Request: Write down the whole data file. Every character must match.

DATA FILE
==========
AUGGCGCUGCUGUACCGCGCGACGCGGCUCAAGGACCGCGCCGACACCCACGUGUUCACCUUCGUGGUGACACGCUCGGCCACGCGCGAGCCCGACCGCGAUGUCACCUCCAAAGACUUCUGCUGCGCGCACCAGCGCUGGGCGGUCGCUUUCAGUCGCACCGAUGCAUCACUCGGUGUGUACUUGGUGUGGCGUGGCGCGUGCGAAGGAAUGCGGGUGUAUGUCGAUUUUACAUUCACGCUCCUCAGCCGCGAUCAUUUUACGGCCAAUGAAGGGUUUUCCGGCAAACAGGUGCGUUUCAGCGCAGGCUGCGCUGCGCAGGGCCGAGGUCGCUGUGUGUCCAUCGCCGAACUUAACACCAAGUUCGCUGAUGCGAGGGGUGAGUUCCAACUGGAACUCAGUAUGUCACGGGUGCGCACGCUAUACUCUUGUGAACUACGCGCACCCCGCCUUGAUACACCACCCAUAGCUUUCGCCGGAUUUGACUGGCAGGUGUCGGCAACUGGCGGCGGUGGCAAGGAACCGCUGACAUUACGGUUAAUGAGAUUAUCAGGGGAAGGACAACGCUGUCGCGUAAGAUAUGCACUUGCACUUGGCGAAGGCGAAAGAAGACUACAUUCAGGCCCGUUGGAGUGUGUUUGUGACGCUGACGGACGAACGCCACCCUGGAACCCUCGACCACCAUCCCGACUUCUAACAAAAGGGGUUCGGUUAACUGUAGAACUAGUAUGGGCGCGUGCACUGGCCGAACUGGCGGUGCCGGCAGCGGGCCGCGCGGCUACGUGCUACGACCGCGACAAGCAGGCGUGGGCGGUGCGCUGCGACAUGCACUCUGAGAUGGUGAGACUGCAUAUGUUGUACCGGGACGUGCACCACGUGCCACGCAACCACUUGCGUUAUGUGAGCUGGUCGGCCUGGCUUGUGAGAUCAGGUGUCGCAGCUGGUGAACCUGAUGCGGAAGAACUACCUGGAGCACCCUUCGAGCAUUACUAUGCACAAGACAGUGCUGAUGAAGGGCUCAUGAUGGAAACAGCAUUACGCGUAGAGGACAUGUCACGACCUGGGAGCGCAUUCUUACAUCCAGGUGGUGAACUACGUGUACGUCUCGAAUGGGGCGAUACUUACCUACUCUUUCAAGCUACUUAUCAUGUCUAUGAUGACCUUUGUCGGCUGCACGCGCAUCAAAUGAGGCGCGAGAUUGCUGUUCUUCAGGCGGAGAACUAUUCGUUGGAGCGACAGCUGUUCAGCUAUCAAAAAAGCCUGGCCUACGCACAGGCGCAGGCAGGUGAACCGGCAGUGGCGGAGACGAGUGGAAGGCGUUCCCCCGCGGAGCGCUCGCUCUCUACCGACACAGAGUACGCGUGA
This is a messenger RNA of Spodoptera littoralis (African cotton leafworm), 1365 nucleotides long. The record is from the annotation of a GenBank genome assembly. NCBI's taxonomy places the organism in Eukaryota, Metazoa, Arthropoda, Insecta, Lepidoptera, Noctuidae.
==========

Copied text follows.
AUGGCGCUGCUGUACCGCGCGACGCGGCUCAAGGACCGCGCCGACACCCACGUGUUCACCUUCGUGGUGACACGCUCGGCCACGCGCGAGCCCGACCGCGAUGUCACCUCCAAAGACUUCUGCUGCGCGCACCAGCGCUGGGCGGUCGCUUUCAGUCGCACCGAUGCAUCACUCGGUGUGUACUUGGUGUGGCGUGGCGCGUGCGAAGGAAUGCGGGUGUAUGUCGAUUUUACAUUCACGCUCCUCAGCCGCGAUCAUUUUACGGCCAAUGAAGGGUUUUCCGGCAAACAGGUGCGUUUCAGCGCAGGCUGCGCUGCGCAGGGCCGAGGUCGCUGUGUGUCCAUCGCCGAACUUAACACCAAGUUCGCUGAUGCGAGGGGUGAGUUCCAACUGGAACUCAGUAUGUCACGGGUGCGCACGCUAUACUCUUGUGAACUACGCGCACCCCGCCUUGAUACACCACCCAUAGCUUUCGCCGGAUUUGACUGGCAGGUGUCGGCAACUGGCGGCGGUGGCAAGGAACCGCUGACAUUACGGUUAAUGAGAUUAUCAGGGGAAGGACAACGCUGUCGCGUAAGAUAUGCACUUGCACUUGGCGAAGGCGAAAGAAGACUACAUUCAGGCCCGUUGGAGUGUGUUUGUGACGCUGACGGACGAACGCCACCCUGGAACCCUCGACCACCAUCCCGACUUCUAACAAAAGGGGUUCGGUUAACUGUAGAACUAGUAUGGGCGCGUGCACUGGCCGAACUGGCGGUGCCGGCAGCGGGCCGCGCGGCUACGUGCUACGACCGCGACAAGCAGGCGUGGGCGGUGCGCUGCGACAUGCACUCUGAGAUGGUGAGACUGCAUAUGUUGUACCGGGACGUGCACCACGUGCCACGCAACCACUUGCGUUAUGUGAGCUGGUCGGCCUGGCUUGUGAGAUCAGGUGUCGCAGCUGGUGAACCUGAUGCGGAAGAACUACCUGGAGCACCCUUCGAGCAUUACUAUGCACAAGACAGUGCUGAUGAAGGGCUCAUGAUGGAAACAGCAUUACGCGUAGAGGACAUGUCACGACCUGGGAGCGCAUUCUUACAUCCAGGUGGUGAACUACGUGUACGUCUCGAAUGGGGCGAUACUUACCUACUCUUUCAAGCUACUUAUCAUGUCUAUGAUGACCUUUGUCGGCUGCACGCGCAUCAAAUGAGGCGCGAGAUUGCUGUUCUUCAGGCGGAGAACUAUUCGUUGGAGCGACAGCUGUUCAGCUAUCAAAAAAGCCUGGCCUACGCACAGGCGCAGGCAGGUGAACCGGCAGUGGCGGAGACGAGUGGAAGGCGUUCCCCCGCGGAGCGCUCGCUCUCUACCGACACAGAGUACGCGUGA
This is a messenger RNA of Spodoptera littoralis (African cotton leafworm), 1365 nucleotides long. The record is from the annotation of a GenBank genome assembly. NCBI's taxonomy places the organism in Eukaryota, Metazoa, Arthropoda, Insecta, Lepidoptera, Noctuidae.